Latest crypto price crash triggers wave of layoffs
(Kitco News) After suffering a massive selloff this spring, the crypto space is reeling from a wave of layoffs as companies are forced to cut employees, freeze budgets and even pull existing job offers.
The latest news came from Coinbase, which announced that it is extending its hiring freeze for new and existing positions for the "foreseeable future." And what probably bites the most is that the largest U.S. cryptocurrency exchange will also be rescinding some of the already accepted job offers.
The crypto company pointed to market conditions as one of the reasons for the decision.
"After assessing our business priorities, current headcount, and open roles, we have decided to pause hiring for as long as this macro environment requires," Coinbase said in a blog post on Thursday.
Coinbase is coming off a huge hiring spree, which saw the company grow to 4,948 full-time positions from just 1,700 reported a year ago.
The crypto exchange's shares dropped 9% Friday in response to the news.
This comes on the heels of billionaire twins Cameron and Tyler Winklevoss announcing that they are laying off 10% of the workforce at Gemini, another cryptocurrency exchange.
Cameron and Tyler described the crypto market as "in the contraction phase that is settling into a period of stasis what our industry refers to as 'crypto winter.'"
They added: "This has all been further compounded by the current macroeconomic and geopolitical turmoil. We are not alone."
|Tennessee removes sales tax on gold and silver, only eight states to go|
At the end of April, Robinhood —the popular retail trading platform — had to let go 9% of its employees following the company's stock plummeting to all-time lows this spring.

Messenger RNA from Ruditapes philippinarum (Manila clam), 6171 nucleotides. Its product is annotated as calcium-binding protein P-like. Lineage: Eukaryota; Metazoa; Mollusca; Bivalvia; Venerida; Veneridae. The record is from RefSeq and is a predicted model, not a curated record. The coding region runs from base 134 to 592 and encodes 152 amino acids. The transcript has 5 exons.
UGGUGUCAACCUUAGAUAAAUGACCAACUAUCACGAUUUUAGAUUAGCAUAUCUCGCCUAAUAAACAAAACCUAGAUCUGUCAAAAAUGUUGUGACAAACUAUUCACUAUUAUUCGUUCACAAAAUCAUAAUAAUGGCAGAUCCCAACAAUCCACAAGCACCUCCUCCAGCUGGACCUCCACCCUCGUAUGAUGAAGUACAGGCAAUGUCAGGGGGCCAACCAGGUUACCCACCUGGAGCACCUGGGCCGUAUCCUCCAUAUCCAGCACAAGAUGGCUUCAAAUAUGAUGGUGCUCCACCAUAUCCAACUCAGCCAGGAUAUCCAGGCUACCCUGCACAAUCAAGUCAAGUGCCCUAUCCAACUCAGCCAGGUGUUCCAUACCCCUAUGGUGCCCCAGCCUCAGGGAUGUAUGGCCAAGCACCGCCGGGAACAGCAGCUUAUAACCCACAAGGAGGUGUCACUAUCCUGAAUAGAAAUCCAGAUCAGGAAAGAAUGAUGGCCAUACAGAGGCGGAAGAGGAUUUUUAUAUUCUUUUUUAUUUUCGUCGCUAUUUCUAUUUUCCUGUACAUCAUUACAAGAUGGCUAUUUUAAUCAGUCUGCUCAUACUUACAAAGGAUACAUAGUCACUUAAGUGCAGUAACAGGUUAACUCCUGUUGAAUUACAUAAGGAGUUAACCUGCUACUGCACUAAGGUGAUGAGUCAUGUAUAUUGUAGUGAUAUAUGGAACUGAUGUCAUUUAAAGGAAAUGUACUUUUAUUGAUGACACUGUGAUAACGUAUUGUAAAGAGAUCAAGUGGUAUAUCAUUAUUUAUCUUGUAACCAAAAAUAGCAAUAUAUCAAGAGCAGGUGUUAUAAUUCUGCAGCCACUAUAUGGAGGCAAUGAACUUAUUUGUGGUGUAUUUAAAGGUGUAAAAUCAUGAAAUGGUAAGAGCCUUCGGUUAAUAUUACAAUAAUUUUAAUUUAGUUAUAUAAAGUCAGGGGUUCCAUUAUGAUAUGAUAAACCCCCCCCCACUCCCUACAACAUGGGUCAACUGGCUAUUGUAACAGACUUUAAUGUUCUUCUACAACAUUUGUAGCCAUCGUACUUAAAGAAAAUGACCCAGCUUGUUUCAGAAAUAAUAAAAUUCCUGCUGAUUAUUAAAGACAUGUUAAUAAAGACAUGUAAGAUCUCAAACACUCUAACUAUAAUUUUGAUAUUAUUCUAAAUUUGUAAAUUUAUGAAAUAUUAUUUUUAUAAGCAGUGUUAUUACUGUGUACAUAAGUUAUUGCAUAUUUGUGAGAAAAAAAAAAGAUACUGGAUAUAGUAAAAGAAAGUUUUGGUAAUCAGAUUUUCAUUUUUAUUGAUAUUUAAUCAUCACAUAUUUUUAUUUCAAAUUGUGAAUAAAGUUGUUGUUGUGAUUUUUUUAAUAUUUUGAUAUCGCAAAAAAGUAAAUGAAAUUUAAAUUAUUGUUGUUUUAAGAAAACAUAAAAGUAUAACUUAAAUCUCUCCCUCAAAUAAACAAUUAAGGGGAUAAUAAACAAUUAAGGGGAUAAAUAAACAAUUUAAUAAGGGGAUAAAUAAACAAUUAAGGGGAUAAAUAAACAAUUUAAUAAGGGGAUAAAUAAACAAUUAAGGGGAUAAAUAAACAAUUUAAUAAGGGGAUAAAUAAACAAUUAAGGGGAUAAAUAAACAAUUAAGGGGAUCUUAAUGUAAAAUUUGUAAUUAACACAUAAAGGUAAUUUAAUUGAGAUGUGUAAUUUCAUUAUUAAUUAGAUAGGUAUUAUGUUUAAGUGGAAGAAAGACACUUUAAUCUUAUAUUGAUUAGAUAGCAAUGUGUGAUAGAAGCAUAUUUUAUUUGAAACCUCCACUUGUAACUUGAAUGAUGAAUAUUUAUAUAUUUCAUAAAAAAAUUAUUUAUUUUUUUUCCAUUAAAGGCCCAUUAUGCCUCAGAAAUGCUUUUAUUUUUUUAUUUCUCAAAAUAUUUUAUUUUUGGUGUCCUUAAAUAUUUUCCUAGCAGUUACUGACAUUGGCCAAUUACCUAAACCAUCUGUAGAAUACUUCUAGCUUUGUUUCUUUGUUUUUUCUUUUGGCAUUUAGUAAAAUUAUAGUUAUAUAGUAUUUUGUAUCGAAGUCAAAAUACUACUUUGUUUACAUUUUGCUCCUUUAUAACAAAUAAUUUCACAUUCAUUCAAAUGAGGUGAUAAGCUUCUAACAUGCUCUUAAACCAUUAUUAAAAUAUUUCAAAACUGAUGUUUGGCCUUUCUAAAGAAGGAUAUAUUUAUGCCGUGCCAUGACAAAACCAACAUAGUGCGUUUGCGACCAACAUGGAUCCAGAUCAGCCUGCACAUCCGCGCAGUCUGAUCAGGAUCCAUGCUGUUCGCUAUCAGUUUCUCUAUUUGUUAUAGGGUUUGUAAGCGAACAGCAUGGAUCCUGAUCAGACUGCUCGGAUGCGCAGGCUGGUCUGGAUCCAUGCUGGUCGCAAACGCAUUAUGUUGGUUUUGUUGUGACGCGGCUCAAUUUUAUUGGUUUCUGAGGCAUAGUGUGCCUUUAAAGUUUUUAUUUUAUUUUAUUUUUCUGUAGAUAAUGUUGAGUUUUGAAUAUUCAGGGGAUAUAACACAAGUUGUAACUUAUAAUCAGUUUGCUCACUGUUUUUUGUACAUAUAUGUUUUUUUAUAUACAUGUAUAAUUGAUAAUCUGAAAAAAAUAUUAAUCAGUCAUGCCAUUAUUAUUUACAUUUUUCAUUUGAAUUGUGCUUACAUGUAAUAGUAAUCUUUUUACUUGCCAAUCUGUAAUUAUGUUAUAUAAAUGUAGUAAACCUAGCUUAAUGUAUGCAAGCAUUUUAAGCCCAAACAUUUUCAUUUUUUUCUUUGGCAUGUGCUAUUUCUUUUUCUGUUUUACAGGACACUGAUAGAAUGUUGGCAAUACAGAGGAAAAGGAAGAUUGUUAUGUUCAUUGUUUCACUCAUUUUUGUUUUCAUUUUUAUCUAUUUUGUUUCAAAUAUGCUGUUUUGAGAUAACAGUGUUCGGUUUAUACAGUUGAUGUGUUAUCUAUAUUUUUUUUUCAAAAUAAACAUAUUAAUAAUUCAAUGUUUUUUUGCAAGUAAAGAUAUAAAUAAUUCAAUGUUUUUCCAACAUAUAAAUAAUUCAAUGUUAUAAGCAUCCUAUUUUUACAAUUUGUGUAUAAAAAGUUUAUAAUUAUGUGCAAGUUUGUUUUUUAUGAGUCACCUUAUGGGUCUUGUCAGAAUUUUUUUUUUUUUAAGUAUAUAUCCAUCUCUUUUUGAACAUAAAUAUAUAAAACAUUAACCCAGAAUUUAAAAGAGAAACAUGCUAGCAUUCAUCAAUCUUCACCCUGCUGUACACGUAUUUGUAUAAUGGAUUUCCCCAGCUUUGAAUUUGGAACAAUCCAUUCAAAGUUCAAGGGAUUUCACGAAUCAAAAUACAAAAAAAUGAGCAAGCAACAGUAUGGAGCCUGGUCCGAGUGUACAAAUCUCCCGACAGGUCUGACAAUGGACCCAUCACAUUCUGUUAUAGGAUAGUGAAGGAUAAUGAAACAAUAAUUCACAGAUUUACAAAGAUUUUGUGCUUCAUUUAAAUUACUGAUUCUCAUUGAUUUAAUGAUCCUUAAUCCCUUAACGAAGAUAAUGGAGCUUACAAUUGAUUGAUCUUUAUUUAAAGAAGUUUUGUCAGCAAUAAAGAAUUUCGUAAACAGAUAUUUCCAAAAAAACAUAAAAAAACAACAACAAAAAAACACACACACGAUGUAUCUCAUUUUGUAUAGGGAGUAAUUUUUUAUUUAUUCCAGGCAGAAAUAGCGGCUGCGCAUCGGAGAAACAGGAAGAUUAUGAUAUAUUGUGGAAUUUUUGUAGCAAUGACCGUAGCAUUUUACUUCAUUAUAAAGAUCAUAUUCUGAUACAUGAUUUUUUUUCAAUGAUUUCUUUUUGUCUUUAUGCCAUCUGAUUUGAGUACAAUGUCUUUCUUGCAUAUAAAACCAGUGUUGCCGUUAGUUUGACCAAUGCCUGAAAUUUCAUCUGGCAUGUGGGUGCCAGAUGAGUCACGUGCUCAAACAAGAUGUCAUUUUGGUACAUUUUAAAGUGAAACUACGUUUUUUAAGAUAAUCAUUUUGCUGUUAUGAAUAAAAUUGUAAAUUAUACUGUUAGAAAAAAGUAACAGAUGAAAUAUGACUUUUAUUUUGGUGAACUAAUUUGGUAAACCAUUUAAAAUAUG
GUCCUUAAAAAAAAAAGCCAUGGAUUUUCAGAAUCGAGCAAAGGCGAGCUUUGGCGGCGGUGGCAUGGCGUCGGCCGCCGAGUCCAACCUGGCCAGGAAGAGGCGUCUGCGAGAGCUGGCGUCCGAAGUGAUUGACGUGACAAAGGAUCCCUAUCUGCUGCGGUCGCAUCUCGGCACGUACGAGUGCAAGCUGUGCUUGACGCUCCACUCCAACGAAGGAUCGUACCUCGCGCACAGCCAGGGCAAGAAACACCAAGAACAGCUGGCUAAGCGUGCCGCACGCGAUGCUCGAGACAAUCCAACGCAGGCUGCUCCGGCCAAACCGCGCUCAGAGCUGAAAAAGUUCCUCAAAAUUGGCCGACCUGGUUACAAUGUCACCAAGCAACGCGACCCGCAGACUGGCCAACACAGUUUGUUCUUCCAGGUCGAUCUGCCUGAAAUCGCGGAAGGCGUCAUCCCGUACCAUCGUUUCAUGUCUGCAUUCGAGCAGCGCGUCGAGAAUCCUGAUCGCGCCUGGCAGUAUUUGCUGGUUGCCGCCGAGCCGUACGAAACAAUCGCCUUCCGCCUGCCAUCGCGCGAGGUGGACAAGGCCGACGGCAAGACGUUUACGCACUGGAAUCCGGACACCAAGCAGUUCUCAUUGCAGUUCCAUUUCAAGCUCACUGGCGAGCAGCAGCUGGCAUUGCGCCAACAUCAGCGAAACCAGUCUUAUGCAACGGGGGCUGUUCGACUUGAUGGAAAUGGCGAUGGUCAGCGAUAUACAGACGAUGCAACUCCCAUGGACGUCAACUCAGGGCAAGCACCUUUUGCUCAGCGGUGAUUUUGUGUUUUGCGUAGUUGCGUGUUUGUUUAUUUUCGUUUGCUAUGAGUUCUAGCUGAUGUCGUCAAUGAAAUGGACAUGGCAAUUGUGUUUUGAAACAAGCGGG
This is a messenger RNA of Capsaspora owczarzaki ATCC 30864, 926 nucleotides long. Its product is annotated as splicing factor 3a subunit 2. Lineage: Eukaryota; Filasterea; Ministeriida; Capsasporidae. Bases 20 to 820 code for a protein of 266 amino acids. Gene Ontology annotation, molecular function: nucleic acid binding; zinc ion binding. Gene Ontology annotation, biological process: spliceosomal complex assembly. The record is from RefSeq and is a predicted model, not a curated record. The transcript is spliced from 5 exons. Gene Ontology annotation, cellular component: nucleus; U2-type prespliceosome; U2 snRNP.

The crypto space just underwent a massive selloff, losing around half a trillion dollars off its overall market cap. The crash was exacerbated when TerraUSD, U.S. dollar-pegged stablecoin, collapsed, which weighed heavily on other cryptocurrencies.
Bitcoin is now trading 57% off its record highs of $69,000 recorded in November. The world's largest cryptocurrency was trading below $30,000 at the time of wiring. Ethereum is trading at $1,751.27, down 64% off its record highs.
But the crypto space is not the only one affected by the recent risk-off dominance in the marketplace. The tech companies are also starting to get hit with layoffs as Tesla CEO Elon Musk announced plans to cut 10% of employees and a hiring freeze.
In an email sent to executives and seen by Reuters, Musk wrote that he has a "super bad feeling" about the economy when justifying his rationale. "Note, this does not apply to anyone actually building cars, battery packs or installing solar," Musk wrote.
Tesla's shares were down 8.7% on Friday.